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Baltimore restaurant The Land of Kush wins $10,000 for efforts to go cashless

Customers Kara Hockaday, left, and Ayana Stewart, center, talk with Greg Brown, owner of The Land Of Kush. The Seton Hill restaurant was recently awarded $10,000 for its efforts to go cashless.
Customers Kara Hockaday, left, and Ayana Stewart, center, talk with Greg Brown, owner of The Land Of Kush. The Seton Hill restaurant was recently awarded $10,000 for its efforts to go cashless. (Barbara Haddock Taylor / Baltimore Sun)

The decision for Baltimore businesses to go cashless has gained momentum recently. One restaurant’s efforts have even earned it a cash prize.

The Land of Kush — the vegetarian restaurant in Seton Hill (840 N. Eutaw St.) — was awarded $10,000 as a part of Visa’s Cashless Challenge, Visa announced on Thursday. The challenge, which kicked off last summer, asked small businesses around the country to make a video about the benefits of going cashless, according to a news release. The Land of Kush was one of 50 winners, and the only one from Maryland.

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The prize money is intended “to assist in [the Land of Kush’s] plans for digital commerce enhancements, point-of-sale upgrades, marketing efforts and other business improvements,” the release said. The restaurant is in the process of transitioning to a cash-free system.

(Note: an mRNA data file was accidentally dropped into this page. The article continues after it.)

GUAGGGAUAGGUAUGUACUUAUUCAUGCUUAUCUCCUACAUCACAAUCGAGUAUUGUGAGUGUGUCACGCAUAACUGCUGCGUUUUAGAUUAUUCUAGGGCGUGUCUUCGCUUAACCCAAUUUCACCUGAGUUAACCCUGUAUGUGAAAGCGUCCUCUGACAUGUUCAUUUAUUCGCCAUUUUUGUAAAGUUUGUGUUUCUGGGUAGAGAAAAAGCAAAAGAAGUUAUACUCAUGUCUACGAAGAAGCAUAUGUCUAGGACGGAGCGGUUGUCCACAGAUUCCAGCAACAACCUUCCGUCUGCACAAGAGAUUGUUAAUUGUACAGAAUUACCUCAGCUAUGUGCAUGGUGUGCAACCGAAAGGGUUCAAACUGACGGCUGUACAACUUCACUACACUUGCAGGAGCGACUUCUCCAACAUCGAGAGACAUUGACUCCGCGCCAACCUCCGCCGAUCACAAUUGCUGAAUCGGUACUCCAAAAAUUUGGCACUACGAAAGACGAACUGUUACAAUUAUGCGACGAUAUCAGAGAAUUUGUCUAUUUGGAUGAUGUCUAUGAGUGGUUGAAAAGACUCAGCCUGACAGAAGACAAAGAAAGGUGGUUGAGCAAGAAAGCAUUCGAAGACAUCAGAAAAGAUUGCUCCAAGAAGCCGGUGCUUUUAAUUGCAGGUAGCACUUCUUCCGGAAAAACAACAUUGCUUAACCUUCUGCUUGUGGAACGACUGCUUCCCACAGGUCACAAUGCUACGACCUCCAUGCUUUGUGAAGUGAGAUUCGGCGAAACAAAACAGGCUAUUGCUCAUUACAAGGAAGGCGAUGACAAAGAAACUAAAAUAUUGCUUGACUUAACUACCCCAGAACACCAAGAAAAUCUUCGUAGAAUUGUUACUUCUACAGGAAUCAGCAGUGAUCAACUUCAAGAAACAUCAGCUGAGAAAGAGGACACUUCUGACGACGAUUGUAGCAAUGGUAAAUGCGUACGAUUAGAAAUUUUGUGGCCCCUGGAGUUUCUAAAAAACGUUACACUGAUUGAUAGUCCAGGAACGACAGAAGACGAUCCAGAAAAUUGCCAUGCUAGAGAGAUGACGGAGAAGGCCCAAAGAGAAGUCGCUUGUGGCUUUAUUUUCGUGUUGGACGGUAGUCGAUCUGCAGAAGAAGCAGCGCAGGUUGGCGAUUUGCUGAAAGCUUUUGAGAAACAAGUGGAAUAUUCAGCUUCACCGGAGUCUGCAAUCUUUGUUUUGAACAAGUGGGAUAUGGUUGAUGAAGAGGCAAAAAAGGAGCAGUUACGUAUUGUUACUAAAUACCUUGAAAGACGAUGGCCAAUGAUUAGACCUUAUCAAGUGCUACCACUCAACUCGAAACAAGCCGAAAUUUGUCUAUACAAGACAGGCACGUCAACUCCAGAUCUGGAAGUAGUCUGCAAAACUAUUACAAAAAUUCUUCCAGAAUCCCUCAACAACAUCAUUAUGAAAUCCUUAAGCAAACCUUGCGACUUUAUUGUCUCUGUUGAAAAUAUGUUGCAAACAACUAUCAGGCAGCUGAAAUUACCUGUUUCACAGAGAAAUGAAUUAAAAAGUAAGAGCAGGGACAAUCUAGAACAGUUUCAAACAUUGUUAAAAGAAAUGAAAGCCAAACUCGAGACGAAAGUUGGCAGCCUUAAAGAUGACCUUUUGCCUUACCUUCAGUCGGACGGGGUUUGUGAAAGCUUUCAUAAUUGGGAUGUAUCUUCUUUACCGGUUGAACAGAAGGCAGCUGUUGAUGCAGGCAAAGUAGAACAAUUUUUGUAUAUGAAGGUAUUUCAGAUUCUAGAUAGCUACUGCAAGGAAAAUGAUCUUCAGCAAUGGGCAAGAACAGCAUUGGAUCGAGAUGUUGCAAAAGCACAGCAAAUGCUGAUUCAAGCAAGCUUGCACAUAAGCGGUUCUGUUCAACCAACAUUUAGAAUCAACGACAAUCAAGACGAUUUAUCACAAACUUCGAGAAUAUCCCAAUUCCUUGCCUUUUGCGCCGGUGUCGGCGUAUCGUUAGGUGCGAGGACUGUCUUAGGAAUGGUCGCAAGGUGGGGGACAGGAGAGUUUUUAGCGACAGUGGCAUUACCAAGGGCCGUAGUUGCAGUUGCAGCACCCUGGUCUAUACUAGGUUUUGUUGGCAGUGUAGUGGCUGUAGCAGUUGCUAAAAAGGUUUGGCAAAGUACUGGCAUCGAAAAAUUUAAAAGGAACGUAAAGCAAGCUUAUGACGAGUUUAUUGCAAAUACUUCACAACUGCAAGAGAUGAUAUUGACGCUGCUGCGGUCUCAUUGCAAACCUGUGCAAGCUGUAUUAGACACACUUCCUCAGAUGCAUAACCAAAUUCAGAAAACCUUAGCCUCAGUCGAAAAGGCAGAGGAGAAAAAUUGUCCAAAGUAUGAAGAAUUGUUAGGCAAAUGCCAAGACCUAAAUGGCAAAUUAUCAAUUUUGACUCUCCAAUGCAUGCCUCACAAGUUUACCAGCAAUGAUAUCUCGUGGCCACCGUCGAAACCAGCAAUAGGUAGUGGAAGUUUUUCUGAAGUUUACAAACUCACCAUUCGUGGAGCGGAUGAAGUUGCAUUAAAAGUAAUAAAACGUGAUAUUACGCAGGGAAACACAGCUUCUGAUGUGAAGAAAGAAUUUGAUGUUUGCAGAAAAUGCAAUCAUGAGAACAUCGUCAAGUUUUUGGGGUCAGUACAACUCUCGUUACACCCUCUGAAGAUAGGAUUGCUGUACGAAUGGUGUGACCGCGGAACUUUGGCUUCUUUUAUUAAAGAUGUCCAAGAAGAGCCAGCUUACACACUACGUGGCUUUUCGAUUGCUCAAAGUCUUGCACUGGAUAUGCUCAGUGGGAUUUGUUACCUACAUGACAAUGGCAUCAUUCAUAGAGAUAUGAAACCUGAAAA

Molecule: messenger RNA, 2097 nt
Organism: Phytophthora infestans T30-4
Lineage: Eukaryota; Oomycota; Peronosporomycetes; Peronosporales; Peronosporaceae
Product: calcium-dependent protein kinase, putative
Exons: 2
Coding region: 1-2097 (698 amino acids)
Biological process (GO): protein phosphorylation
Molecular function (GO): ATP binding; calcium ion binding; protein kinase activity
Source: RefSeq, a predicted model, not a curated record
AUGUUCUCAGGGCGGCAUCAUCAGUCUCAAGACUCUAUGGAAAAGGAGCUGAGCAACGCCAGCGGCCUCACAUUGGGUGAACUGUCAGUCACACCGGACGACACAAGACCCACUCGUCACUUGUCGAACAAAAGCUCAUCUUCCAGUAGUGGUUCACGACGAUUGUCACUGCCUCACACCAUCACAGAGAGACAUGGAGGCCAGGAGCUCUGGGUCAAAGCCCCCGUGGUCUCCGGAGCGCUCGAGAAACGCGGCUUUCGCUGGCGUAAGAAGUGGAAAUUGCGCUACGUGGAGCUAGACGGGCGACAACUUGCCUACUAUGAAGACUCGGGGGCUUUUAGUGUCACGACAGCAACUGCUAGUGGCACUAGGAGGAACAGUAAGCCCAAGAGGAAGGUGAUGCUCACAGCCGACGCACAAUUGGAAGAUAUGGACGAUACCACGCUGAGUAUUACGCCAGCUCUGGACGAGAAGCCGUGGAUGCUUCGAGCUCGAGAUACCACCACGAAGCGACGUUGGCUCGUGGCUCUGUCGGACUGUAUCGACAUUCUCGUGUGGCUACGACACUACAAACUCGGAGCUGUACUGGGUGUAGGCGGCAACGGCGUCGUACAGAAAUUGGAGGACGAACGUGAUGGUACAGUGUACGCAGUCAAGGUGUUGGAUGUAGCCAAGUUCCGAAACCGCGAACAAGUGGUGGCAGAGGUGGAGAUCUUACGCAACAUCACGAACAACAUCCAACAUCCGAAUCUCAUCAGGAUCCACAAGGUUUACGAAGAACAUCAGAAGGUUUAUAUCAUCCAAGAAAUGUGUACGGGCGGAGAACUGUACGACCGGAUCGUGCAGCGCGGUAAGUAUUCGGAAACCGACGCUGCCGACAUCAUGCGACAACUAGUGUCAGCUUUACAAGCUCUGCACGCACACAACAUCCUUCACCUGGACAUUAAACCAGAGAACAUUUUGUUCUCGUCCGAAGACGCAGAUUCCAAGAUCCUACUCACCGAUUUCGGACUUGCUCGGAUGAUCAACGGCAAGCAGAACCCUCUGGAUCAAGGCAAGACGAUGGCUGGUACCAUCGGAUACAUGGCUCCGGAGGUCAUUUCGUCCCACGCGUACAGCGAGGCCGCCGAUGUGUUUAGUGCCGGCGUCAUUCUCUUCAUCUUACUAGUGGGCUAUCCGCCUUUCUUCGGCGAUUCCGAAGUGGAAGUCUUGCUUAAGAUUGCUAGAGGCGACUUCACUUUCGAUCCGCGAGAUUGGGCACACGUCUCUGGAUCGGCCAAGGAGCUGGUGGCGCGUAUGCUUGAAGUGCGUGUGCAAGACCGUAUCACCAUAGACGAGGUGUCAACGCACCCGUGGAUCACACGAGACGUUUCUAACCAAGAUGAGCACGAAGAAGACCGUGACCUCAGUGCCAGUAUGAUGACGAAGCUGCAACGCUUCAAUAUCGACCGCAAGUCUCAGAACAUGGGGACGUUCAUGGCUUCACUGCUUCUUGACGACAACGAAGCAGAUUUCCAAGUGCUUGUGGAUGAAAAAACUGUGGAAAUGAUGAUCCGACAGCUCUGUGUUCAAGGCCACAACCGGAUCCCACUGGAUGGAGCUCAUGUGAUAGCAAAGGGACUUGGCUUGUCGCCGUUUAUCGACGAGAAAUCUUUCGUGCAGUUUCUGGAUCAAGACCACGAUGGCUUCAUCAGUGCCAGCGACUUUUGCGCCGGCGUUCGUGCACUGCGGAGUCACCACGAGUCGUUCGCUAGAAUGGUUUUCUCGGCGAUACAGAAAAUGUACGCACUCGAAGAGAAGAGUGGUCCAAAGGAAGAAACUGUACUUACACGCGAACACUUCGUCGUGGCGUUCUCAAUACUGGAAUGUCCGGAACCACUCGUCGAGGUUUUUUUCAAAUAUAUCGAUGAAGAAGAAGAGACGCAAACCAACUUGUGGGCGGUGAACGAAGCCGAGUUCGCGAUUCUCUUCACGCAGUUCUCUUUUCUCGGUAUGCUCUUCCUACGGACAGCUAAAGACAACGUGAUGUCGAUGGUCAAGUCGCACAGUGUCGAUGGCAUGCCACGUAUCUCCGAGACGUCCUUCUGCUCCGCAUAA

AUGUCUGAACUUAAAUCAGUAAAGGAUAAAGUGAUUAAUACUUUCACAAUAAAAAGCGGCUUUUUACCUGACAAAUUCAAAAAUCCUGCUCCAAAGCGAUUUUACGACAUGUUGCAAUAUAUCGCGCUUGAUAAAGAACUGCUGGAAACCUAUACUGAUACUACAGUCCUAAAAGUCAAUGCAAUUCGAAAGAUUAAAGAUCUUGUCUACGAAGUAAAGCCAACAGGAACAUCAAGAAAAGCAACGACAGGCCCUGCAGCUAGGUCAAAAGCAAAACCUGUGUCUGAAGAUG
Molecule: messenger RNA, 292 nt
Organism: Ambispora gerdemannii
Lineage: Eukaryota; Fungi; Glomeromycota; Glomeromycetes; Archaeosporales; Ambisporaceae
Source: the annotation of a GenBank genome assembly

Before Baltimore, other cities like New York and San Francisco embraced the movement to go cashless to increase efficiency for employees and convenience for customers.

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The Park Café gave up cash to prevent crime, but more businesses are considering it as a way to save time for employees, keep more accurate transaction records and offer convenience for customers. The switch is not without costs. Not only are there merchant fees for debit and credit cards, but many people still rely on cash, particularly those with lower incomes.

Last year, Park Café in Bolton Hill went cashless in response to multiple robberies at the store. Salad chain Sweetgreen also went cashless at its locations in Maryland, Virginia and Washington.

Not accepting cash doesn’t always benefit the consumer, though. In Baltimore, 27 percent of the population was unbanked or underbanked — meaning they don’t have bank accounts, credit cards or checks — according to a 2015 Federal Deposit Insurance Corp. study.

Baltimore Sun reporter Sarah Meehan contributed to this article.

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